Saturday, July 16, 2005

Theory of Rights

Rights are never in conflict. That's right - NEVER.

The U.S. Constitution was based on Locke's theory of rights as inherent in man, granted by God and not by government. We understand that "rights" granted by government are merely temporary privileges which the government may give and take away as it pleases. (As such, we have no "right" to drive, but it is correctly referred to as a privilege which government chooses to grant or not to grant to individuals, and may suspend or revoke.) Nothing which must be licensed can be a right. Nothing given by government is a right. "I have a right to nothing which another has a right to take away." --Thomas Jefferson to Uriah Forrest, 1787. ME 6:388, Papers 12:477

Rights cannot exist in the absence of property. I do not have the right to walk into your home uninvited and preach the merits of capitalism to you, because you have the right to tell me to leave. Why? Because it is your property. I can, however, speak freely in my own home, produce newspapers and sell them to others, and use my computer to post my thoughts online. Likewise, you are able to use the resources you have earned to obtain newspapers, religious books, and other sources of information. Freedom of speech, freedom of religion, and freedom of the press follows from the right to property.

If I do not own my life and am not allowed to earn and keep the property I need to preserve it, I do not have a right to life. The right to life follows from the right to property.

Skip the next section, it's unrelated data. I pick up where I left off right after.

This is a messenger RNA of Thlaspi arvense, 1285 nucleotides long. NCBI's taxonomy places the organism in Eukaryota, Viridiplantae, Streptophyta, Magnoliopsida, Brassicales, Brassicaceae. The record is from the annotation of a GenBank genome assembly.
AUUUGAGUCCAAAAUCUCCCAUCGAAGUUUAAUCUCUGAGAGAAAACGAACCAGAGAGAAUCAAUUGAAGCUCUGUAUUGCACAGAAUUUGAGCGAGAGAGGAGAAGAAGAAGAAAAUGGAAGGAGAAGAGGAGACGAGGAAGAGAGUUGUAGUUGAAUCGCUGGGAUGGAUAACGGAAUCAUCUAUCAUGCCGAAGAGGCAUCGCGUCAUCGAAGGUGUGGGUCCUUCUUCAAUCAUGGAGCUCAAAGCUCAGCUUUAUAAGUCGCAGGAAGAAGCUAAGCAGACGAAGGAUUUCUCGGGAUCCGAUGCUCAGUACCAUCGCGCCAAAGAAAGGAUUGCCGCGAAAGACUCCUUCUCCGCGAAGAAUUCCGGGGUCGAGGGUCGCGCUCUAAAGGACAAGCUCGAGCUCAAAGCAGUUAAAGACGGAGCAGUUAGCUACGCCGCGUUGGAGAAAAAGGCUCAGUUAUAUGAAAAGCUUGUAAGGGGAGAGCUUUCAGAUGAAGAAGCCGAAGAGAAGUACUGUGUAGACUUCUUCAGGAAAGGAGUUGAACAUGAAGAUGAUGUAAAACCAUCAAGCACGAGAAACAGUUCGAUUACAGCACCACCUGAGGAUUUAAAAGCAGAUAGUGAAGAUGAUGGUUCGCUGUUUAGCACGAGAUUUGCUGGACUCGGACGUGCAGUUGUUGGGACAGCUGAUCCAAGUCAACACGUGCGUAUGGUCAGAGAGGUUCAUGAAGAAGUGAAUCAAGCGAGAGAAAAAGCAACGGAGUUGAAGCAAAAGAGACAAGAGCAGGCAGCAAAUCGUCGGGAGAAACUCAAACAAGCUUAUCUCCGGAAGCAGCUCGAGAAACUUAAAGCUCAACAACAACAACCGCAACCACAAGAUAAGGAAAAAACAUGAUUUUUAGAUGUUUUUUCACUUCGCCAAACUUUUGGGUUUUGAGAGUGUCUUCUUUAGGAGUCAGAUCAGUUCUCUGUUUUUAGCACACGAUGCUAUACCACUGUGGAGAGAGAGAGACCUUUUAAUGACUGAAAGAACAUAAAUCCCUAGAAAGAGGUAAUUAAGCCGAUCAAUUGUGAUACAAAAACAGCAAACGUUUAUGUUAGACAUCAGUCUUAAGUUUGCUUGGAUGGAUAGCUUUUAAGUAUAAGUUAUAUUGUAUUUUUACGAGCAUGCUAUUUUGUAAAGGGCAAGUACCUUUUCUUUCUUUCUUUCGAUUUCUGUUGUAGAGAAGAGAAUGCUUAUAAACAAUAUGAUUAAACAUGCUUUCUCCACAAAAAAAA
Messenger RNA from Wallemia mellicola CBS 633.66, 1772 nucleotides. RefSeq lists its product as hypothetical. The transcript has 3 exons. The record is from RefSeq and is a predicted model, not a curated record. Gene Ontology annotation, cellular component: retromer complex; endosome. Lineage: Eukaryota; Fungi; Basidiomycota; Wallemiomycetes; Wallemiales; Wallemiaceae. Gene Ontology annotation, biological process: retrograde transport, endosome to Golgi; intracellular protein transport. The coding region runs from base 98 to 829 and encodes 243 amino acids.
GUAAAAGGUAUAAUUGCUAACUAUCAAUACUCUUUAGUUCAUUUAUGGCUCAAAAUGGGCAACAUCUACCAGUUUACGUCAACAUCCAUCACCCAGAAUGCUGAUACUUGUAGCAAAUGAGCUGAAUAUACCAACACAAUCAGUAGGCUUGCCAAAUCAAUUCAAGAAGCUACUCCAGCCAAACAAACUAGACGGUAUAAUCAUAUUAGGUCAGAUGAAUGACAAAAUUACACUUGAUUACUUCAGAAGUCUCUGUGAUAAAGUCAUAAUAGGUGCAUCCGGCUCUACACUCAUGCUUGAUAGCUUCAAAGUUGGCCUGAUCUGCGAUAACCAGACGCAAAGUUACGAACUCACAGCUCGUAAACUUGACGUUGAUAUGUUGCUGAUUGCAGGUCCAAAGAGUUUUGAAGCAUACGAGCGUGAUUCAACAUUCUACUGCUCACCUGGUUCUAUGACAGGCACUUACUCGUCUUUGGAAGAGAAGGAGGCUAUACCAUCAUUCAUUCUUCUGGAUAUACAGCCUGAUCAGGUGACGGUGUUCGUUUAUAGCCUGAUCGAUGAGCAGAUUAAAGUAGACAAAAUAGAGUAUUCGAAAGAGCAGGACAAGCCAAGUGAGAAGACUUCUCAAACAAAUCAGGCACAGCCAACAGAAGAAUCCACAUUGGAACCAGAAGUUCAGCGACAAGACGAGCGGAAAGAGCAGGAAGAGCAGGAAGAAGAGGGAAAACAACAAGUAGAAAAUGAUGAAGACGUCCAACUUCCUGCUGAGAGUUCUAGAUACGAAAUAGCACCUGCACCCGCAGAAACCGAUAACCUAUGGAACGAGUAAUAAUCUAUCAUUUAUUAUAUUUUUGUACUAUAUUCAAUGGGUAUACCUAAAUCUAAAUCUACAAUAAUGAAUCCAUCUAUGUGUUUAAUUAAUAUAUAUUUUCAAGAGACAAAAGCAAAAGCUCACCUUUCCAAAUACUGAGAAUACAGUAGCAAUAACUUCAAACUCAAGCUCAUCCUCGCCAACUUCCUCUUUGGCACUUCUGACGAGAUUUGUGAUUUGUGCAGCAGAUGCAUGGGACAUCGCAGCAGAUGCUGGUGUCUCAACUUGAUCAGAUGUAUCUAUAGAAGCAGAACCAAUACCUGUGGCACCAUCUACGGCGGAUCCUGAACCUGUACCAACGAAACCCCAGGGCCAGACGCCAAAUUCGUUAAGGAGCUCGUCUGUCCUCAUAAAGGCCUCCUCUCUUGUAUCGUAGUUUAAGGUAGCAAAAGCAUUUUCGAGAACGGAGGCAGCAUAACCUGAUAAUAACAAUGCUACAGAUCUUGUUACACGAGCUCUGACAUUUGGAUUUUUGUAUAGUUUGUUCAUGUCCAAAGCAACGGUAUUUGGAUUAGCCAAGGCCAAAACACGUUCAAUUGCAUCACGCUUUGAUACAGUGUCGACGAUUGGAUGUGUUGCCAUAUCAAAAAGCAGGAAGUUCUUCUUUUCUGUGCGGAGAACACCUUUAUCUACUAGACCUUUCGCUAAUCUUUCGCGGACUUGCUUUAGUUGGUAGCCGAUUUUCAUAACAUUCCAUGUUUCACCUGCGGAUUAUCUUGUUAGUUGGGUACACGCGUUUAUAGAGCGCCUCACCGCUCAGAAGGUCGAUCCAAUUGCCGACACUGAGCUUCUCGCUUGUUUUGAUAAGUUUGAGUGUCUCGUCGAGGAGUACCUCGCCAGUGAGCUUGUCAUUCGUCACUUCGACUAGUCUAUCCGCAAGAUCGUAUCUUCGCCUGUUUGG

Without the right to property, I have no right to pursue my own interests because I am incapable of keeping the salary I have earned and using it to obtain other things that I value. If the government or any other group of individuals is able to take my salary that I spent a year of my life working for, they have enslaved me for a year because I was unable to keep the product of my labor for that period of time. The right to liberty follows from the right to property.

Violations of others' rights cannot be a result of inaction. I cannot passively take someone's property or life or liberty. From this principle, it follows that rights are not entitlements. I have no "right" which presents an obligation to another. I do not have the "right" to healthcare. I have the right to earn property which I can use to pay for my own healthcare. You are not "violating my rights" by not paying for my healthcare. However, if I were unable to afford healthcare and you had the obligation to pay for mine, that would violate your right to property. I do not have the "right" to a job because you do not have the obligation to hire me. I do have the right to freely exchange goods and services for money or other property in a free, uncoerced exchange. That is, there is no such thing as a "positive right," or a right to something that requires action by another. If one person's "right" violates that of another, rights are not absolute and are no longer rights. The right to property is a negative right -- when I say I have the right to property, it means that I have the right to earn, keep, use, sell, give away, or dispose of property that I own; no one has the right to restrict it or take it from me. To have both negative rights and positive "rights" is like saying "I have the right to be left alone" and "You have the right to bother me." Simultaneously, they cannot exist.


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Anonymous said...

"That's society and society follows a heirachal framework." Not necessarily?
(and its hierarchical not heirachal). It is only one from the
way a society can function. There are some other
ways. "they get A's when they try hard enough".
A's doesn't precisely reflect the intended understanding aimed by education institutions.

Dude, some on the college students get a out of cheating.
They learned alright, they learned cheating. You want to call that "learning"?

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